“That all may be one. We were born for these words of unity, to contribute to making it a reality in the world.” The words of Chiara Lubich, commented on by Bishop Felix Liam, President of the Episcopal Conference of Myanmar, on the first day of the meeting (1- 4 June 2017), well evidenced the aim of the convention held this year in Yangon, Myanmar, a country in Southeast Asia, on the western side of Indochina. These conventions held every year at international, ecumenical and regional levels,began about 40 years ago on the initiative of Chiara Lubich and Klaus Hemmerle (1929-1994), then Bishop of Aachingen, (Germany)..
In Yangon, with a strong presence of the episcopate of Myanmar (19 bishops), there was a warm family atmosphere. Among the 31 participants,a good number came from the Philippines, India, Malaysia and South Korea.
In communicating his experience on his encounter with the spirituality of unity, Cardinal Francis Xavier Kriengsak of Bangkok, moderator of the bishop-friends of the Focolare, invited the bishops to discover and deepen one of the fundamental points of the spirituality of unity: Jesus crucified and abandoned, and place it in the centre of their lives in order to become instruments of communion in the Church and humanity.
This was also testified to by the experience of the members of the local community of the Focolare who had prepared to welcome the bishops in the best way possible. But also some bishops, like the Irish Bishop Brendan Leahy, see in the mystery of Jesus forsaken, the “countenance of mercy, key to dialogue and unity, and pathway to the sanctity of the people.” The life of Bishop Klaus Hemmerle was conveyed through a PowerPoint presentation and brief videos that showed the amazing fruitfulness of love for Jesus Forsaken even in the most “critical” situations. The themes on Evangelisation and Inculturation in the spirituality of unity were very actual and trigged particular interest in a country which is mostly Buddhist.
The story of Chiara Lubich and the Movement she had given life to, along with the experiences of the members of the local community, was very moving. Cardinal Carlo Bo, archbishop of Yangon said: “I was very impressed by the story of the charismatic and prophetic life of the founder of the movement. More than ever the Church needs movements like the Focolare. While the arrogance of power divides people according to colour and race, Chiara created a global communion for worldwide peace.”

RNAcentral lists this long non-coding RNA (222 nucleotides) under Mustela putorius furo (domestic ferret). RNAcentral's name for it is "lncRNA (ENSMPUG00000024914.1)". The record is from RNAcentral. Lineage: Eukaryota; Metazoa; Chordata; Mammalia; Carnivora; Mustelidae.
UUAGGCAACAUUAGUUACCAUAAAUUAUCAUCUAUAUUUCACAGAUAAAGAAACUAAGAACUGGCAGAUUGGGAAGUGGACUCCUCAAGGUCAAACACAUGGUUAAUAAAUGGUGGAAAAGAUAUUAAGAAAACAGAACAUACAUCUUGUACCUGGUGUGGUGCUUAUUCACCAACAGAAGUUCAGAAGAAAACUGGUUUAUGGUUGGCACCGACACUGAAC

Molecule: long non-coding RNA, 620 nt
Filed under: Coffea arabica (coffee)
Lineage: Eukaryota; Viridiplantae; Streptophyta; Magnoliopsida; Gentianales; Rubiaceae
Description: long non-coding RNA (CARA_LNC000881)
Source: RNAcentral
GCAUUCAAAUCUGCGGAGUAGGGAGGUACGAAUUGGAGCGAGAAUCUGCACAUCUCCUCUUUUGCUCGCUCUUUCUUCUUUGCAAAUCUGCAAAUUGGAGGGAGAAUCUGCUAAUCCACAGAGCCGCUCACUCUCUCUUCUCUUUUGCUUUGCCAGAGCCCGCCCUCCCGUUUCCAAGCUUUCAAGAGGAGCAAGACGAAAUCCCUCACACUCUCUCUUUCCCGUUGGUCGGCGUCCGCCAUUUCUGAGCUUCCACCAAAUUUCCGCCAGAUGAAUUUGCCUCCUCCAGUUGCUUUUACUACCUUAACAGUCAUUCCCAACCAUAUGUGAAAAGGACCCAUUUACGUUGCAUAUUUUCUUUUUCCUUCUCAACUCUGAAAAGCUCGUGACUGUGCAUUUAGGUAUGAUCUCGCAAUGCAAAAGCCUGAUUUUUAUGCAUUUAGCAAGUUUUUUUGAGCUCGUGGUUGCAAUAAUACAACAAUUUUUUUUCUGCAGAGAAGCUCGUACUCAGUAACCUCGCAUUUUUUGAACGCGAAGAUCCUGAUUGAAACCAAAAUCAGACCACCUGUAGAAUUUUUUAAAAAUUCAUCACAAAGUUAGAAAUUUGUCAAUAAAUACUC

Bishop Matthias (Myanmar) commented: “When one usually participates in the meeting of bishops, we listen to many things, but on an intellectual level. Instead, here we talk about life and we see happy people.»And Bishop Isaac (Myanmar):“The life of a bishop is not easy, and we ourselves often feel abandoned. Now that I have met Jesus Forsaken, I will have the strength and the light to go ahead.” From Korea, Bishop Peter added: «It is the first time for me to participate in a meeting of bishops. Here I saw people who try to love Jesus Forsaken in every difficulty; people who are behind the wings, try to serve all of us,» referring to the members of the local community of the Movement.
Openness to cultural and interreligious dialogue was assumed in the golden colours of the Pagoda of Shwedagon, the most important and renowned in the capital, and in which the relics of the four Buddhas are jealously guarded. The visit to this sacred place on the hill of Singuttara, to the west of Royal Lake, was a symbol of respect for the Buddhist soul and the culture of the place. At the top of the Pagoda, a banner-like anemoscope scattered with precious stones, displays the direction of the wind. If sufficiently supported, its fluttering is accompanied by the sound of tiny bells.
The Myanmar bishops are certain of which direction the wind is blowing: in the direction of unity, towards a Church which is increasingly a witness of “communion”.